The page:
David Gonzales, balloon artist


Learn more about balloon hats at www.twistnshoutballoons.com.

They float, they flick, they fly and most of the time, they just pass us by. And then, well, they either get swallowed by the vastness of the sun … or just pop on their voyage up. But for some, the rubbery colored spheres that the rest of us lay people call balloons, can be a source of art and entertainment. And that’s the case for David Gonzales, owner of Twist N Shout Balloons. SN&R caught up with Gonzales to talk about latex, penis hats, and of course, butterfly wands.

How did you get into balloons?

I got into balloons during college at Sac State. I have a friend of mine that started a balloon company down south, and he had a contract with Farrell’s [Ice Cream Parlour], so when Farrell’s moved up here in Sacramento about three years ago, that’s when I got started and I had a lot of practice in that restaurant.

Was it something you were doing through school or through the restaurant?

No … it’s not through school, it’s just kind of who you know. I didn’t realize that my friend put up an ad on Craigslist, and so when I saw it I couldn’t help but respond to it because at the time I was working another job I didn’t like and I figured that balloons is a lot of fun; it’s like bartending but for kids. You got a lot of options and the possibilities seemed endless so I couldn’t pass up the offer.

Did you have any experience with balloons prior?

No, I had no experience with balloons prior to that. I never thought of being a balloon artist. I was going to school for photography and before I started going to school for photography. … I’m a musician, like drums is my main instrument, and I was those two things prior to being a balloon artist.

How do you learn the performance aspect?

It really helps to be in a apprentice position because you have someone there to show you the trade. So that’s where my friend came in. He introduced me to balloons and got me started with Farrell’s, and so I had a lot of practice in there and I was, on a regular night, I’d be entertaining for over 60 families a night. Yeah, so I got to know people really well as a balloon artist.

Largest thing you’ve made out of balloons?

The largest thing I’ve made was, it was a humongous hat. And I didn’t even intend for it to be a hat. I was practicing a weaving pattern to make like a fabric out of balloons. And after four hours of doing this weaving pattern I tied it all together and it came out to be a really huge hat. … Most of the things I make are, they’re like smaller things, like two to 20 balloons is what I usually use. For that one hat, I had to have used over 100 balloons. Yeah, it was a big hat.

Are these regular balloons or are they special art balloons?

Yeah, they’re specialized latex containers. So, it’s intended to be twisted. They inflate in length and they don’t necessarily expand like the round ones. So, they are a specialty balloon. If anyone wants to get into balloons I would suggest just going to an actual like balloon store and avoid the ones at grocery stores. Most people tell me that they’ve gotten those balloons at grocery stores and other like party novelty places, and those, they’re not the best quality.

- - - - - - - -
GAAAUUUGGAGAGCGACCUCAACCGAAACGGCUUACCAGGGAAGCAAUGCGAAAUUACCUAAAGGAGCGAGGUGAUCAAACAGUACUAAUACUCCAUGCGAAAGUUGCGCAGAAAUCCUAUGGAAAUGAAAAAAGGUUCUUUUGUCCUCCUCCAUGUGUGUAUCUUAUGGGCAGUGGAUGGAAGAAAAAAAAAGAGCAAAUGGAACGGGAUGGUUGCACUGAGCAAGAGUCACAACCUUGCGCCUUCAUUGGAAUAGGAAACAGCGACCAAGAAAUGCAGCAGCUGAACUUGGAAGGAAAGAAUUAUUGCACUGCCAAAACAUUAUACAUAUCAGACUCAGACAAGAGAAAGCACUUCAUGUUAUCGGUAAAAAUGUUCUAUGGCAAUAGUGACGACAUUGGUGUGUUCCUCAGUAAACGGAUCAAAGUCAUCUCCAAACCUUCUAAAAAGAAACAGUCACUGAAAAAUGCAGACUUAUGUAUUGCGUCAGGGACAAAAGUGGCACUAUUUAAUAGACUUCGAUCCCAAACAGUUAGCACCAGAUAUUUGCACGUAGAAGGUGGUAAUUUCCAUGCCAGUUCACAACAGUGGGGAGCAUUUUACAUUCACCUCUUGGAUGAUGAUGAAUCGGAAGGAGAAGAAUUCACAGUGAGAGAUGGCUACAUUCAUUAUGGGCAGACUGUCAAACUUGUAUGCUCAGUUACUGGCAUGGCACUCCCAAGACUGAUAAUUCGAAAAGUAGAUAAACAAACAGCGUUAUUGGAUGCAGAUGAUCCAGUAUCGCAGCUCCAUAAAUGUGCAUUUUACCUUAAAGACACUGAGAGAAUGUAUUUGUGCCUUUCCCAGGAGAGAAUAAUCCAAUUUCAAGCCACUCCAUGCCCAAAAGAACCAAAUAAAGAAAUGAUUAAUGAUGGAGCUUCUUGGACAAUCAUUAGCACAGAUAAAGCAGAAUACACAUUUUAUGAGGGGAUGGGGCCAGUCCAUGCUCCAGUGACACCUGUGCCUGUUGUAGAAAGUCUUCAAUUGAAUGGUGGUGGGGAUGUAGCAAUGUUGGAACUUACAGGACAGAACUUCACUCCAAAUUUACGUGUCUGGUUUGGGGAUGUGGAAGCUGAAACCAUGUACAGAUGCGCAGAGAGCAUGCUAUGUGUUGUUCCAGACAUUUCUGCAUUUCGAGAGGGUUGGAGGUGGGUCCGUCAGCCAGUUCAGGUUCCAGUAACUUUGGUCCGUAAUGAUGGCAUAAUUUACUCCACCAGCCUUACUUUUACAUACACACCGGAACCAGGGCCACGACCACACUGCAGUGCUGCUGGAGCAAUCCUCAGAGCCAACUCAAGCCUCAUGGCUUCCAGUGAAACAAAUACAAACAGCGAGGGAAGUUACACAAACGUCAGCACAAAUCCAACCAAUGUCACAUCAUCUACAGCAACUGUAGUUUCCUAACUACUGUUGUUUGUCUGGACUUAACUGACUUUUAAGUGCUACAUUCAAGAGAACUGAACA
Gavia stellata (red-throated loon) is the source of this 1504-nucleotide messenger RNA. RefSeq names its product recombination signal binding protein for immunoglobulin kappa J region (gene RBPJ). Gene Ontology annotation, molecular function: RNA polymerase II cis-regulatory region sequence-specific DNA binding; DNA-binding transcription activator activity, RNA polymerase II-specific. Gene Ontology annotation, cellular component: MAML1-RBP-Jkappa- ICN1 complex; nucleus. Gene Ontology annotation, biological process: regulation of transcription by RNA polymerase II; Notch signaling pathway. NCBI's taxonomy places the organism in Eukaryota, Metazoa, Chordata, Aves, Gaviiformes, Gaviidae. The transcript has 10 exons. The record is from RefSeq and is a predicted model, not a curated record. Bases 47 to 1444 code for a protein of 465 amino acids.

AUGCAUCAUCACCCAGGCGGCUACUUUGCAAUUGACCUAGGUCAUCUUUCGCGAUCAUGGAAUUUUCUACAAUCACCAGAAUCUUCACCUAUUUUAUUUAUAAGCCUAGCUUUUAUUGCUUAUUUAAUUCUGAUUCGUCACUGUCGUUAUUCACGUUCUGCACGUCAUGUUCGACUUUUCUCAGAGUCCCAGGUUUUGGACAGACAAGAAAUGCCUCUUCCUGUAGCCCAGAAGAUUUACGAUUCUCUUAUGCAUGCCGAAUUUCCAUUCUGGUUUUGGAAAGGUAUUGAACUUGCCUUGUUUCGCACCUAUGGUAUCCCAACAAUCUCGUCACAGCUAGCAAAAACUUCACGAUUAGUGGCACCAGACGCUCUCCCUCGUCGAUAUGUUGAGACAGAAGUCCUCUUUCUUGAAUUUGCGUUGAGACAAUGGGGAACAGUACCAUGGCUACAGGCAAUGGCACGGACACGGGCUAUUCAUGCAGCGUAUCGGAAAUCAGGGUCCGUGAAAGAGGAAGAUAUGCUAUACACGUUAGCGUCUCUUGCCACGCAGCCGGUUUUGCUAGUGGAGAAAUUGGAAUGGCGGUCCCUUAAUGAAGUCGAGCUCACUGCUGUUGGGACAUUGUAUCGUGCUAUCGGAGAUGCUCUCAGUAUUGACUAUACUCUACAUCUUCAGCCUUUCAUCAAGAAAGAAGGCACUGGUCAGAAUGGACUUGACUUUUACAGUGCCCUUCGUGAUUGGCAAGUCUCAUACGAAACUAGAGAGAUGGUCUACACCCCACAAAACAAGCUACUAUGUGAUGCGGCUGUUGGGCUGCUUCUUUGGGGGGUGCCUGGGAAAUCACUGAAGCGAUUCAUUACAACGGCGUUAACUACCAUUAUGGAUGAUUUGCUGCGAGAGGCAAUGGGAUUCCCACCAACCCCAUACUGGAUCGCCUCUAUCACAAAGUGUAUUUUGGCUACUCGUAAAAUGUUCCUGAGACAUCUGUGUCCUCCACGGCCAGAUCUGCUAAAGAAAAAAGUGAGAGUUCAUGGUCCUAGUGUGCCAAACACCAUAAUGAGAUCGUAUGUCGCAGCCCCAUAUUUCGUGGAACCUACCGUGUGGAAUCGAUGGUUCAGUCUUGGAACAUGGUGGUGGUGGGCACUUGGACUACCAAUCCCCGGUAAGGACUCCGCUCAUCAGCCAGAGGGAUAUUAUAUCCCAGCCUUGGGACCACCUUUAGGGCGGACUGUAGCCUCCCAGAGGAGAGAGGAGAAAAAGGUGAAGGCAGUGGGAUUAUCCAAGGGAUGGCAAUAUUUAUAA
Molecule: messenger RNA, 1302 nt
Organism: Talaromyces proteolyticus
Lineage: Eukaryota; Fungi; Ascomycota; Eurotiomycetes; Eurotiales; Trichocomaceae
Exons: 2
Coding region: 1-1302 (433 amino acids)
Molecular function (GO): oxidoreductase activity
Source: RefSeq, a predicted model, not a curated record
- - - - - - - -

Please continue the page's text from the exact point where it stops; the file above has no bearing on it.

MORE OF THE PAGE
Weirdest things you’ve been asked to make?

The adults are always like, “Hey, put a penis on my friend’s head!” You know, weird things like that. I like doing the weird ones that throw people off, stripper hats. Like, I’ll make like a stripper pole hat and then I’ll put like a little balloon lady hanging down on the pole and I’ll give her a little bikini and that usually gets a good laugh. And Viking helmets. I like making Viking helmets, those are fun.

Are there certain shapes that people tend to request a lot?

Yes … boys tend to like the blue and green colors. The girls tend to like the purple and pink colors. So, within those colors boys and girls really like, or the boys like swords, hats … they like jetpacks. … for the girls, they really like butterfly wands, ladybugs. … The unicorns are a big one. But then the kids are always crossing those barriers all the time. Like, a girl will want a sword, and I think that’s awesome. And there’s a boy that wants a butterfly wand, and that’s just as awesome.

Do you have any favorites you like to make?

I’d have to say it’s the jetpacks. The jetpacks really throw people off because, I think when people do balloon creation, balloon animals, they’re thinking, “Oh, it’s a one balloon sword, one balloon dog”—you know, just like the very basics of balloon twisting. But with balloons, you can make whatever you want and you don’t necessarily have to hold it. You can wear it. It could be interactive with the crowd. There’s a unicorn that I make that’s a full body piece, so you slip it over your waist and it looks like a unicorn—it has the mane, and it has the attachment to the mouth so you can hold and steer it.